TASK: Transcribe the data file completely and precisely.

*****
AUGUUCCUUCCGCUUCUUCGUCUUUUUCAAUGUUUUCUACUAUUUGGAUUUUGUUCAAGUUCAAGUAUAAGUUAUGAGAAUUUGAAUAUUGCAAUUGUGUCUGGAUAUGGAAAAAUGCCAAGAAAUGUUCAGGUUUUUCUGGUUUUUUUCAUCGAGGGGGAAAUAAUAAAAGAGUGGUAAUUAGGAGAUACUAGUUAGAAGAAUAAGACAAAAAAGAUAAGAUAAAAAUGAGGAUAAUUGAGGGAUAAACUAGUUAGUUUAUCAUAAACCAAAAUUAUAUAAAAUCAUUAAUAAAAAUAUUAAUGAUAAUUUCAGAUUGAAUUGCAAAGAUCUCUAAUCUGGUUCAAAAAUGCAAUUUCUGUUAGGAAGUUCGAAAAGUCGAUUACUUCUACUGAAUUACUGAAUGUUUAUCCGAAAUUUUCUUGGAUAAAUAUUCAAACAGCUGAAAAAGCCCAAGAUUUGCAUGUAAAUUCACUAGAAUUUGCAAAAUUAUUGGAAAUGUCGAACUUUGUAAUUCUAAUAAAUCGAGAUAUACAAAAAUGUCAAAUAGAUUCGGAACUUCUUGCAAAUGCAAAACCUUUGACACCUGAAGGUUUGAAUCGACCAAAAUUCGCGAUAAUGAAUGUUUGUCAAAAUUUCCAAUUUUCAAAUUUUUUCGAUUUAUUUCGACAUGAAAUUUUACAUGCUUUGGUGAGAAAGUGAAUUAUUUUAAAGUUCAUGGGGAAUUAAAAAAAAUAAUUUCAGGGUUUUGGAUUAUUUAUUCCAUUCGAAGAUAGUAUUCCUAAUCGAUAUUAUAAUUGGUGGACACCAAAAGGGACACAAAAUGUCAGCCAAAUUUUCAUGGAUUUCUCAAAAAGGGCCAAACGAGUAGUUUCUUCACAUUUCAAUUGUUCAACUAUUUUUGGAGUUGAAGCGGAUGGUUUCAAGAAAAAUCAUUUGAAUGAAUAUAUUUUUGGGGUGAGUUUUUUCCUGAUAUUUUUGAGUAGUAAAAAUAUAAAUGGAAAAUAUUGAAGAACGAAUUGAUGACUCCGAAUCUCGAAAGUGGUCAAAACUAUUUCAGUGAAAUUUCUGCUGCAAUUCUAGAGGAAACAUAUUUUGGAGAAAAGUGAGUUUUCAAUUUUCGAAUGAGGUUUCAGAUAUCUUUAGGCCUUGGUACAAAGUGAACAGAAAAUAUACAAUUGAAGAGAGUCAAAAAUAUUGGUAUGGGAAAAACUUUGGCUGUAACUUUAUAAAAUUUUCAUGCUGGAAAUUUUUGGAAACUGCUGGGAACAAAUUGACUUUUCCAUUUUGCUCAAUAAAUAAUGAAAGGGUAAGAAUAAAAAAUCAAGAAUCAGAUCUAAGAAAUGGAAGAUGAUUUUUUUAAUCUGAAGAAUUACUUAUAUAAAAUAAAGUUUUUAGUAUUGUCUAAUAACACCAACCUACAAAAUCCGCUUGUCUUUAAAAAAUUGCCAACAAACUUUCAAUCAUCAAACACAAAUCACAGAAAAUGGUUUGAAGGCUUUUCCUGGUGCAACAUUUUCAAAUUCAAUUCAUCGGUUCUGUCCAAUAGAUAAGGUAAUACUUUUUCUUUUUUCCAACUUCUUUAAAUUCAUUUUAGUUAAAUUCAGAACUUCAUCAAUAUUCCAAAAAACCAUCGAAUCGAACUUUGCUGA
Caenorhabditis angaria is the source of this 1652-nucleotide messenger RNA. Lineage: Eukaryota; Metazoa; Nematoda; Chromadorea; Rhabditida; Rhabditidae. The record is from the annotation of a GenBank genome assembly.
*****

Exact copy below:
AUGUUCCUUCCGCUUCUUCGUCUUUUUCAAUGUUUUCUACUAUUUGGAUUUUGUUCAAGUUCAAGUAUAAGUUAUGAGAAUUUGAAUAUUGCAAUUGUGUCUGGAUAUGGAAAAAUGCCAAGAAAUGUUCAGGUUUUUCUGGUUUUUUUCAUCGAGGGGGAAAUAAUAAAAGAGUGGUAAUUAGGAGAUACUAGUUAGAAGAAUAAGACAAAAAAGAUAAGAUAAAAAUGAGGAUAAUUGAGGGAUAAACUAGUUAGUUUAUCAUAAACCAAAAUUAUAUAAAAUCAUUAAUAAAAAUAUUAAUGAUAAUUUCAGAUUGAAUUGCAAAGAUCUCUAAUCUGGUUCAAAAAUGCAAUUUCUGUUAGGAAGUUCGAAAAGUCGAUUACUUCUACUGAAUUACUGAAUGUUUAUCCGAAAUUUUCUUGGAUAAAUAUUCAAACAGCUGAAAAAGCCCAAGAUUUGCAUGUAAAUUCACUAGAAUUUGCAAAAUUAUUGGAAAUGUCGAACUUUGUAAUUCUAAUAAAUCGAGAUAUACAAAAAUGUCAAAUAGAUUCGGAACUUCUUGCAAAUGCAAAACCUUUGACACCUGAAGGUUUGAAUCGACCAAAAUUCGCGAUAAUGAAUGUUUGUCAAAAUUUCCAAUUUUCAAAUUUUUUCGAUUUAUUUCGACAUGAAAUUUUACAUGCUUUGGUGAGAAAGUGAAUUAUUUUAAAGUUCAUGGGGAAUUAAAAAAAAUAAUUUCAGGGUUUUGGAUUAUUUAUUCCAUUCGAAGAUAGUAUUCCUAAUCGAUAUUAUAAUUGGUGGACACCAAAAGGGACACAAAAUGUCAGCCAAAUUUUCAUGGAUUUCUCAAAAAGGGCCAAACGAGUAGUUUCUUCACAUUUCAAUUGUUCAACUAUUUUUGGAGUUGAAGCGGAUGGUUUCAAGAAAAAUCAUUUGAAUGAAUAUAUUUUUGGGGUGAGUUUUUUCCUGAUAUUUUUGAGUAGUAAAAAUAUAAAUGGAAAAUAUUGAAGAACGAAUUGAUGACUCCGAAUCUCGAAAGUGGUCAAAACUAUUUCAGUGAAAUUUCUGCUGCAAUUCUAGAGGAAACAUAUUUUGGAGAAAAGUGAGUUUUCAAUUUUCGAAUGAGGUUUCAGAUAUCUUUAGGCCUUGGUACAAAGUGAACAGAAAAUAUACAAUUGAAGAGAGUCAAAAAUAUUGGUAUGGGAAAAACUUUGGCUGUAACUUUAUAAAAUUUUCAUGCUGGAAAUUUUUGGAAACUGCUGGGAACAAAUUGACUUUUCCAUUUUGCUCAAUAAAUAAUGAAAGGGUAAGAAUAAAAAAUCAAGAAUCAGAUCUAAGAAAUGGAAGAUGAUUUUUUUAAUCUGAAGAAUUACUUAUAUAAAAUAAAGUUUUUAGUAUUGUCUAAUAACACCAACCUACAAAAUCCGCUUGUCUUUAAAAAAUUGCCAACAAACUUUCAAUCAUCAAACACAAAUCACAGAAAAUGGUUUGAAGGCUUUUCCUGGUGCAACAUUUUCAAAUUCAAUUCAUCGGUUCUGUCCAAUAGAUAAGGUAAUACUUUUUCUUUUUUCCAACUUCUUUAAAUUCAUUUUAGUUAAAUUCAGAACUUCAUCAAUAUUCCAAAAAACCAUCGAAUCGAACUUUGCUGA
Caenorhabditis angaria is the source of this 1652-nucleotide messenger RNA. Lineage: Eukaryota; Metazoa; Nematoda; Chromadorea; Rhabditida; Rhabditidae. The record is from the annotation of a GenBank genome assembly.